Big on Facebook | The Daily Star
12:00 AM, February 03, 2016 / LAST MODIFIED: 12:00 AM, February 03, 2016

Silver jubilee special

Big on Facebook

Digital technologies have become a crucial part of today's world. It has connected the world to an unprecedented degree, easing the interaction between customers and companies. Over the last decade or so, individuals and commercial powerhouses alike, have invested in a range of digital experiments. With the growth of digitisation in the country, Bangladesh has also begun taking part in such experiments.  Here are a few pages which have done so through the social networking giant, Facebook. 


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How it started -

The restaurant industry in Dhaka is booming, to say the least. This is what spurred Shish Swapnikk to create what has become the biggest food review group in Bangladesh right now. Speaking to Swapnikk revealed that he created the group because “it was becoming increasingly difficult going around asking people where to eat and what to eat. Options seemed confusing.” The group started with a handful of Swapnikk's friends and now the group has expanded to include almost 170,000 members.

What they do -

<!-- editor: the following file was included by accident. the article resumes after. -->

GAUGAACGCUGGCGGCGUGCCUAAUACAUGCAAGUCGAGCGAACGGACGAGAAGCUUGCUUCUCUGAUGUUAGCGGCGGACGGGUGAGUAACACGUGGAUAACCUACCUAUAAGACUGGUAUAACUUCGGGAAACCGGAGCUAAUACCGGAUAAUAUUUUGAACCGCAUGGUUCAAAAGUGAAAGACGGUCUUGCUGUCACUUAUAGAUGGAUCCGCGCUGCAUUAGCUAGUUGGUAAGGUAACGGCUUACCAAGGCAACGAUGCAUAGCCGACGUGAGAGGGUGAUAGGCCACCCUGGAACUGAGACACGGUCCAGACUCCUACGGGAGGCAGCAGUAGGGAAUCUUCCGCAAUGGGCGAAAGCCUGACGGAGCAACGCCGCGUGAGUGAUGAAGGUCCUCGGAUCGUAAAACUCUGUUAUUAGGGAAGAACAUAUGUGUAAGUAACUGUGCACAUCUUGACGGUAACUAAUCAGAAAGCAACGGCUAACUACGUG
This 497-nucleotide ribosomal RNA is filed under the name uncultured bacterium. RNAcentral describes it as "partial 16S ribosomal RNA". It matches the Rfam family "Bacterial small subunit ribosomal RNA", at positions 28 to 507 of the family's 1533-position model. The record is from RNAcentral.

Foodbank has provided a critical platform for eateries around Dhaka. Members of the group share informative reviews on restaurants -- the quality of the food and service, price range, exceptional things to try, etc. Restaurants should up their game to get good reviews on Foodbank as a way to attract a large amount of attention towards them as Foodbank reviews cater to an immense audience.

Aside from granting visibility to restaurants who offer quality food and service, Foodbank draws attention to many irregularities that would have otherwise gone unheard. For example, restaurants doing business without proper VAT registration, overpricing, etc. are brought to account by Foodbank's large army of food critics and food lovers.

Future plans -

Foodbank's aim is to revolutionise the food review platform to ensure that people can always enjoy the best food while restaurants provide the food and service of the best quality and price. Recently, they have organised a massive event called FoodLand and plan to hold such events in the future on a bigger scale.


How it started -

“You cannot find anything in this country”- I am sure most of us have said that at least once in our lives. However, this group has quickly become an answer to our dilemma.

Nazia Tariq was looking for baby swimming diapers in Bangkok's “Desperately Seeking” group when she realised that groups like these were extremely helpful in places like Singapore and Bangkok.